For those who don't want to wade through all 270 pages of Geoffrey Cowper's report into B.C.'s creaky legal system, here's a stat that illustrates the problem nicely: by the time the Vancouver Canucks were on the golf course this April, just three of the previous June's Stanley Cup rioters had been punished by the courts.
That kind of story makes people nuts. So does the one about the guy accused of shooting a 12-year-old cancer survivor's puppy on Quadra Island in 2008. The court threw out the case in 2011, saying it had taken too long to come to trial.
Such tales are nothing new to B.C.'s judges, who have ripped the provincial government for neglecting under-resourced courts. The Liberals fired back by accusing the legal community of being out of touch and unwilling to change. In February, Premier Christy Clark commissioned Vancouver lawyer Cowper to look at how to fix things.
The result was the report released last Thursday — dozens of recommendations addressing everything from domestic violence to technology to police frustration with prosecutors' unwillingness to lay criminal charges.
The big issue is timeliness. "Timeliness affects everything," Cowper writes. "Not only does delay undermine public confidence in the system, but a culture of delay rewards the wrong behaviour, frustrates the well-intentioned, makes frequent users of the system cynical and disillusioned, and frustrates the rehabilitative goals of the system."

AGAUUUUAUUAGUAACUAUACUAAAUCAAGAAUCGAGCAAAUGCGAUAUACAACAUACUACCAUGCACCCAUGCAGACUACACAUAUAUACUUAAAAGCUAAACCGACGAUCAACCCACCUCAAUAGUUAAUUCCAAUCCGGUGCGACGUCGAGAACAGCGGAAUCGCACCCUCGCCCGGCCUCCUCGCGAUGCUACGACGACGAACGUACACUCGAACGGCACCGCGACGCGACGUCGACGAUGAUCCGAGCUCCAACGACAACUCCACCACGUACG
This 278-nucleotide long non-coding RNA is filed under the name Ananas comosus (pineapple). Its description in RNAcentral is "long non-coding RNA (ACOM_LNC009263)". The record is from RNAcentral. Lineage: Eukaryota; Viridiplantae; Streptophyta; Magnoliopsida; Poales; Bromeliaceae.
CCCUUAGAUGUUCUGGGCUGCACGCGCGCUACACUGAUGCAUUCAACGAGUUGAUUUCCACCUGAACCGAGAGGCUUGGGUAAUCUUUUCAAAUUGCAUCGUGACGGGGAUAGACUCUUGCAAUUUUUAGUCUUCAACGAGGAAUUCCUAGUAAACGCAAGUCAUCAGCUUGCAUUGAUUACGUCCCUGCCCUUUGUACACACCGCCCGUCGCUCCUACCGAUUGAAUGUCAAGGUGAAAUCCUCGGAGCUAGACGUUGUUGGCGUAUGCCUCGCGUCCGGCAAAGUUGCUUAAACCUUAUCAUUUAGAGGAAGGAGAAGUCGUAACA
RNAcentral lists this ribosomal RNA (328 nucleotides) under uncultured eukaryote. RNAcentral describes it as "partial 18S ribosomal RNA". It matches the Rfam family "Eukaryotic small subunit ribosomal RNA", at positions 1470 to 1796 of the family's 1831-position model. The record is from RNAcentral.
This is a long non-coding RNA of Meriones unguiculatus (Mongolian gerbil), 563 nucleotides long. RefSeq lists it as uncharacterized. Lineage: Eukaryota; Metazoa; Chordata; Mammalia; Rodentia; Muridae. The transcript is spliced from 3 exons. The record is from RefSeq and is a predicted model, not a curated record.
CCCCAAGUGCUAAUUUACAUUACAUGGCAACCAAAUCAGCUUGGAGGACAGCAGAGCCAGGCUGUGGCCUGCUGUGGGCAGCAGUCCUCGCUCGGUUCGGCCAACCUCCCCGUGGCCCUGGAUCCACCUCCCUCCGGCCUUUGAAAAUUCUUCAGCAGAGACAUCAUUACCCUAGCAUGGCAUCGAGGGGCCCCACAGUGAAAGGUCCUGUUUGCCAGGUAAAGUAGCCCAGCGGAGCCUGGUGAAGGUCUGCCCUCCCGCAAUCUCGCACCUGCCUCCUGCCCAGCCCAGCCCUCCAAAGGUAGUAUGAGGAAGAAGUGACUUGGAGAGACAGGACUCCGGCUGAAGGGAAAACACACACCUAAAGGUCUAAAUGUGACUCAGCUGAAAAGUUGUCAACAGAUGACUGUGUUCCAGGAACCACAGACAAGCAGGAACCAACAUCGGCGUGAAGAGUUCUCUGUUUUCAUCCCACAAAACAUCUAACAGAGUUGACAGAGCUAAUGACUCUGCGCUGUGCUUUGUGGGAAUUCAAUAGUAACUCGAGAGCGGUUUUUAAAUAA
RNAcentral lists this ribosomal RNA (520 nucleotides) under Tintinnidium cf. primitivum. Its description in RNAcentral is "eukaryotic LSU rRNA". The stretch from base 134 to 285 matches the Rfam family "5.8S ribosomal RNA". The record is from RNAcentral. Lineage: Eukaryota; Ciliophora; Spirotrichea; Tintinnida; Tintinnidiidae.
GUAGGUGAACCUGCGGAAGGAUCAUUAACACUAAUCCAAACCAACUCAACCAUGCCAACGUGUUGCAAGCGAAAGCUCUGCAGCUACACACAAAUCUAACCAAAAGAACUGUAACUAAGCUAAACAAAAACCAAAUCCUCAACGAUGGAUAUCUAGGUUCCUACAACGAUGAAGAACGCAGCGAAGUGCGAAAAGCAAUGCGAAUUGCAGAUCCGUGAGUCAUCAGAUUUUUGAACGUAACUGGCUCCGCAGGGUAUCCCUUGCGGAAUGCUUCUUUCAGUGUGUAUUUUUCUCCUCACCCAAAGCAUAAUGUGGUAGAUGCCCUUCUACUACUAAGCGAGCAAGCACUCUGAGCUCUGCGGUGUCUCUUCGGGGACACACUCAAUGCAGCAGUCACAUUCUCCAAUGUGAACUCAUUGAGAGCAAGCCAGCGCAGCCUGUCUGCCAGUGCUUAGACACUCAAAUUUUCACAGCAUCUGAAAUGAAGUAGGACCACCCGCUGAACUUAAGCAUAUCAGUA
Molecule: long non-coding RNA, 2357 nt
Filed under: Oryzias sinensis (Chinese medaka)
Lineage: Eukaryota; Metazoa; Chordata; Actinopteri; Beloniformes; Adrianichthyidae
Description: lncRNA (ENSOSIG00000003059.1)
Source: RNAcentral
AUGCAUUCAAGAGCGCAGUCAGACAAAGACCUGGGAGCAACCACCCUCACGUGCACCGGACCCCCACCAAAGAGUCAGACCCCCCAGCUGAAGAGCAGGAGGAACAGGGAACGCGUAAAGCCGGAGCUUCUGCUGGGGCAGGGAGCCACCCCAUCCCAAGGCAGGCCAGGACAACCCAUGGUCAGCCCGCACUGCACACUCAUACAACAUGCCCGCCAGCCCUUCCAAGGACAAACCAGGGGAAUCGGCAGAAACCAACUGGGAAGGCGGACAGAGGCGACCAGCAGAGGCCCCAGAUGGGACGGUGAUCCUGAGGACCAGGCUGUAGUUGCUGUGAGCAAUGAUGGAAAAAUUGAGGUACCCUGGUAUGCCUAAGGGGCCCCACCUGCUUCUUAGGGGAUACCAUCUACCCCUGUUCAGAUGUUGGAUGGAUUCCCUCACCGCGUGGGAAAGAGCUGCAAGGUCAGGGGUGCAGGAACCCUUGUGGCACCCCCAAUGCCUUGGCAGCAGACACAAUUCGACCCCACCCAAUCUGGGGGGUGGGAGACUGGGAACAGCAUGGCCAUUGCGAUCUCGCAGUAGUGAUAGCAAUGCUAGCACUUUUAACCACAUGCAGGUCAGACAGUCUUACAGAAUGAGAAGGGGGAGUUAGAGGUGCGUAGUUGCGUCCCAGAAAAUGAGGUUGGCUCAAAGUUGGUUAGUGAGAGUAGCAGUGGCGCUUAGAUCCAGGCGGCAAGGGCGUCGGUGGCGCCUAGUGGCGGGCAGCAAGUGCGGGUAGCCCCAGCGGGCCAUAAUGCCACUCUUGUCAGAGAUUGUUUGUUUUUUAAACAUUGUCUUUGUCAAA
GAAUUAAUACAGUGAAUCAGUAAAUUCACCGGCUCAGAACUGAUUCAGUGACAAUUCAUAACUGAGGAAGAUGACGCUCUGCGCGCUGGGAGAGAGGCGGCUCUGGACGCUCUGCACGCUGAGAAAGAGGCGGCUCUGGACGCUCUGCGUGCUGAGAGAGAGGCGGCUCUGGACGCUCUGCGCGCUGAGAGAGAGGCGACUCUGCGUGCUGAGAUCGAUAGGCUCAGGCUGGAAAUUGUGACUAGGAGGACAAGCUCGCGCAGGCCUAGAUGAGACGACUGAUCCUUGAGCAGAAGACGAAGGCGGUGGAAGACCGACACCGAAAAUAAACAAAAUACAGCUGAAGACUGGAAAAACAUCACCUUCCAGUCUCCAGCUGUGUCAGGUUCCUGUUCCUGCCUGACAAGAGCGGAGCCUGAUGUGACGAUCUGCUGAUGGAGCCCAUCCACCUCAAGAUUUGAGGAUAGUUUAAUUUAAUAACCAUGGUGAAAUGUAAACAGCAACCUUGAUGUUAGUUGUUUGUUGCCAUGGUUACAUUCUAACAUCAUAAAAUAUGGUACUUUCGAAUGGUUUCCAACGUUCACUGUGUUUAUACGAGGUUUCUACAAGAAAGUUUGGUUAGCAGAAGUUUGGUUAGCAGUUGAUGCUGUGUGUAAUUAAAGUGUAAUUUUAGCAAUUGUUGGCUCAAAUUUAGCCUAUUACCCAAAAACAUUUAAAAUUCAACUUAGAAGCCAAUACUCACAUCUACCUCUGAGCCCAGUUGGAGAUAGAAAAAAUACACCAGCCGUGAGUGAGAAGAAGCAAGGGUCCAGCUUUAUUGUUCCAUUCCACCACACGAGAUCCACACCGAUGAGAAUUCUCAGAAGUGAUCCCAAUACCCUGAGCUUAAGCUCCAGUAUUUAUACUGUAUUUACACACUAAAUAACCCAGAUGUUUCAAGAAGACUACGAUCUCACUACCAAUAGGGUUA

Cowper wants to put the onus on lawyers to resolve more cases early, but says their response to previous attempts to do so has been tepid. "The culture of delay in the court system is resistant to change because there are several benefits to those working within the system that are gained from delay and no accepted means of enforcing timeliness as a priority."
Prosecutors use delays to juggle an overwhelming caseload. Defence attorneys can handle more clients within an extended time frame, and know that drawn-out procedures can result in charges dying on the vine as witnesses move and memories fade. Bad guys will bluff like poker players, going all the way to trial before folding when it's obvious the ploy has failed.
Cowper notes Britain is looking at a proposal to wrap up minor cases within days of a crime, while in B.C. it is common for six to eight weeks to elapse between the offence and an accused's first appearance in court.
All that said, things may not be as bad as the public thinks: Of the 100,000 criminal cases filed in B.C. each year, almost all are resolved before going to trial.
The backlog in provincial court is easing. The number of pending adult criminal cases fell from 33,000 to just over 26,000 in the past year, a level last seen in the early 1990s. That was due largely to the fact that 8,000 fewer drunk-driving cases were forwarded to Crown prosecutors by police, a direct result of the introduction of immediate roadside bans as an alternative.
Alas, that drop has been offset by a dramatic rise in the number of people hauled in for breaking the terms of their bail, probation or other terms of release. They make up 40 per cent of all new cases. It seems the system is still baffled by what to do with those going through the revolving door, the homeless, mentally ill addicts who keep breaking into your car — though Cowper specifically mentioned the new Victoria Integrated Court as a potential solution.
As to where all this goes, who knows? Cowper's paper is a Liberal initiative, and the provincial election is less than eight months away — less time than it takes to prosecute a Stanley Cup rioter.
© Copyright (c) The Victoria Times Colonist